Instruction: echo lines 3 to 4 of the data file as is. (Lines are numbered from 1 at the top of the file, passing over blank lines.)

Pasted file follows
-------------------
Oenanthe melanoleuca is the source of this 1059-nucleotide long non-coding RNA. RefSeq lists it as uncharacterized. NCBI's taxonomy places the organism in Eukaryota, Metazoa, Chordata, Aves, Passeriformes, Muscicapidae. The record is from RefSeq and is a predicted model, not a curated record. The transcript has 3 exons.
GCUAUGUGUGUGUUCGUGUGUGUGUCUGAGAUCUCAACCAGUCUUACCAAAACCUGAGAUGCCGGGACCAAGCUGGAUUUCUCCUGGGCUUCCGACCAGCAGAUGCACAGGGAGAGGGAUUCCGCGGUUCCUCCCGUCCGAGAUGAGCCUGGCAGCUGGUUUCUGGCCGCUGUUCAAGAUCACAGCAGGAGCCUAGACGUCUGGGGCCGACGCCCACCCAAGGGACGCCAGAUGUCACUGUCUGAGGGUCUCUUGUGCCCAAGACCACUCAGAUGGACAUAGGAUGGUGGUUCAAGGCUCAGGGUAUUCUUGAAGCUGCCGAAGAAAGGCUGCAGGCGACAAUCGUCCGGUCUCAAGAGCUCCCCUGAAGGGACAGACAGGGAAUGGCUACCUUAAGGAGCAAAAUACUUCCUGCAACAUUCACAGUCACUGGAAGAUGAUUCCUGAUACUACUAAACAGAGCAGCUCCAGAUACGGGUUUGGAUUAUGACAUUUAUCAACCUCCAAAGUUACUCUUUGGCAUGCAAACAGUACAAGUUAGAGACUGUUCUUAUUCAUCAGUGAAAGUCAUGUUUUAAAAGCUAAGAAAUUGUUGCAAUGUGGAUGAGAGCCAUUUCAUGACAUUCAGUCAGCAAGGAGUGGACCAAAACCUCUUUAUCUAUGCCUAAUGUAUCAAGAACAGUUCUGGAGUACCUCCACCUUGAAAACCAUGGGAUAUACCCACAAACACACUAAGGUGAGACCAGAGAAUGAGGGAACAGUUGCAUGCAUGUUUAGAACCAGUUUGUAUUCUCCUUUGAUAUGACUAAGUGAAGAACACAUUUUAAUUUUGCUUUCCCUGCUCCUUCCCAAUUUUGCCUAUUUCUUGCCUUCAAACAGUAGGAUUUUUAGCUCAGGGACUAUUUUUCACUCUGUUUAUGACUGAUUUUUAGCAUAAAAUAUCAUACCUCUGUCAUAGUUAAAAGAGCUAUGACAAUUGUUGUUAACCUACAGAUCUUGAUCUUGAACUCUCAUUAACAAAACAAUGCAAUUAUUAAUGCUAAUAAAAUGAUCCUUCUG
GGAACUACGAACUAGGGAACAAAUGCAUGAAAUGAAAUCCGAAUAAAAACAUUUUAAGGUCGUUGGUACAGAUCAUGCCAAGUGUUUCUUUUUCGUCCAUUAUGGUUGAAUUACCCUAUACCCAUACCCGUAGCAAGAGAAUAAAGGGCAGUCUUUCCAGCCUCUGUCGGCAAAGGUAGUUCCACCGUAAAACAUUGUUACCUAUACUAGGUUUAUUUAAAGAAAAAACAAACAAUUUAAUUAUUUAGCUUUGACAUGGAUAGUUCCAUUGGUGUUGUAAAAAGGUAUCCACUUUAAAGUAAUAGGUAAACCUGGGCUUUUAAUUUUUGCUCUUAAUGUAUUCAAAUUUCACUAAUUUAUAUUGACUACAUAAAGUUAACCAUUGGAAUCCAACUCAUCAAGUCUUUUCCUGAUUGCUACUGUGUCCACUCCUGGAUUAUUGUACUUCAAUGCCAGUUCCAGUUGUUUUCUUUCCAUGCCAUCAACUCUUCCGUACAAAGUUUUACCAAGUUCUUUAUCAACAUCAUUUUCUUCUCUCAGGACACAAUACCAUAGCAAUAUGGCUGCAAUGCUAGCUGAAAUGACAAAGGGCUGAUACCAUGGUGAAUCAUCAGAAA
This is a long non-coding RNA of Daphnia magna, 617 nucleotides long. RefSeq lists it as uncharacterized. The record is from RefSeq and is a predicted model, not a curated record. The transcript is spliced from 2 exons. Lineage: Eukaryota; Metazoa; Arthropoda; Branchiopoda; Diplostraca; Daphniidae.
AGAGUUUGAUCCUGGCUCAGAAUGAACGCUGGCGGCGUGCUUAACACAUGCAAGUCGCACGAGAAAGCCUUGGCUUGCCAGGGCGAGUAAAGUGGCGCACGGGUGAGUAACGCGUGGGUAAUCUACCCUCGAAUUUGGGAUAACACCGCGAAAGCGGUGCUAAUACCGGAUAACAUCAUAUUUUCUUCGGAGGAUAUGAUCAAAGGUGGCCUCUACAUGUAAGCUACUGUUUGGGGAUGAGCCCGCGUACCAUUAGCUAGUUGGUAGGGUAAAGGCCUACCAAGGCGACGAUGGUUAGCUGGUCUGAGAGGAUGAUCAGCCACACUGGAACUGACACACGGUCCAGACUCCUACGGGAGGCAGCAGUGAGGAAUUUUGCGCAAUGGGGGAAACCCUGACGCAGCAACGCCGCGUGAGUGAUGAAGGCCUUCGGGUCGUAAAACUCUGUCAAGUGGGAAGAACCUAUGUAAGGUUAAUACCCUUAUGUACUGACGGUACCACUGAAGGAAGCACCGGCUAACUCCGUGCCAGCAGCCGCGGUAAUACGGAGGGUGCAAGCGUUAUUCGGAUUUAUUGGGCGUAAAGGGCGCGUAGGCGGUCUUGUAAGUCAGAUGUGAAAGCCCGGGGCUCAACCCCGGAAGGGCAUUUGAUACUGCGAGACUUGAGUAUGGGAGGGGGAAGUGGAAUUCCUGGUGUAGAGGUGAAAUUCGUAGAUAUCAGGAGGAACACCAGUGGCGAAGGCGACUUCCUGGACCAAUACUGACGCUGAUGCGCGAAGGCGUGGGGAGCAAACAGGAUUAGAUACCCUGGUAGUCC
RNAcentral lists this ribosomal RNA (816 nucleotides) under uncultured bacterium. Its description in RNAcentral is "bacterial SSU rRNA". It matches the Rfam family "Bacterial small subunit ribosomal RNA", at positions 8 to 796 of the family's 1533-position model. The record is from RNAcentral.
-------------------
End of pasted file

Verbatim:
GGAACUACGAACUAGGGAACAAAUGCAUGAAAUGAAAUCCGAAUAAAAACAUUUUAAGGUCGUUGGUACAGAUCAUGCCAAGUGUUUCUUUUUCGUCCAUUAUGGUUGAAUUACCCUAUACCCAUACCCGUAGCAAGAGAAUAAAGGGCAGUCUUUCCAGCCUCUGUCGGCAAAGGUAGUUCCACCGUAAAACAUUGUUACCUAUACUAGGUUUAUUUAAAGAAAAAACAAACAAUUUAAUUAUUUAGCUUUGACAUGGAUAGUUCCAUUGGUGUUGUAAAAAGGUAUCCACUUUAAAGUAAUAGGUAAACCUGGGCUUUUAAUUUUUGCUCUUAAUGUAUUCAAAUUUCACUAAUUUAUAUUGACUACAUAAAGUUAACCAUUGGAAUCCAACUCAUCAAGUCUUUUCCUGAUUGCUACUGUGUCCACUCCUGGAUUAUUGUACUUCAAUGCCAGUUCCAGUUGUUUUCUUUCCAUGCCAUCAACUCUUCCGUACAAAGUUUUACCAAGUUCUUUAUCAACAUCAUUUUCUUCUCUCAGGACACAAUACCAUAGCAAUAUGGCUGCAAUGCUAGCUGAAAUGACAAAGGGCUGAUACCAUGGUGAAUCAUCAGAAA
This is a long non-coding RNA of Daphnia magna, 617 nucleotides long. RefSeq lists it as uncharacterized. The record is from RefSeq and is a predicted model, not a curated record. The transcript is spliced from 2 exons. Lineage: Eukaryota; Metazoa; Arthropoda; Branchiopoda; Diplostraca; Daphniidae.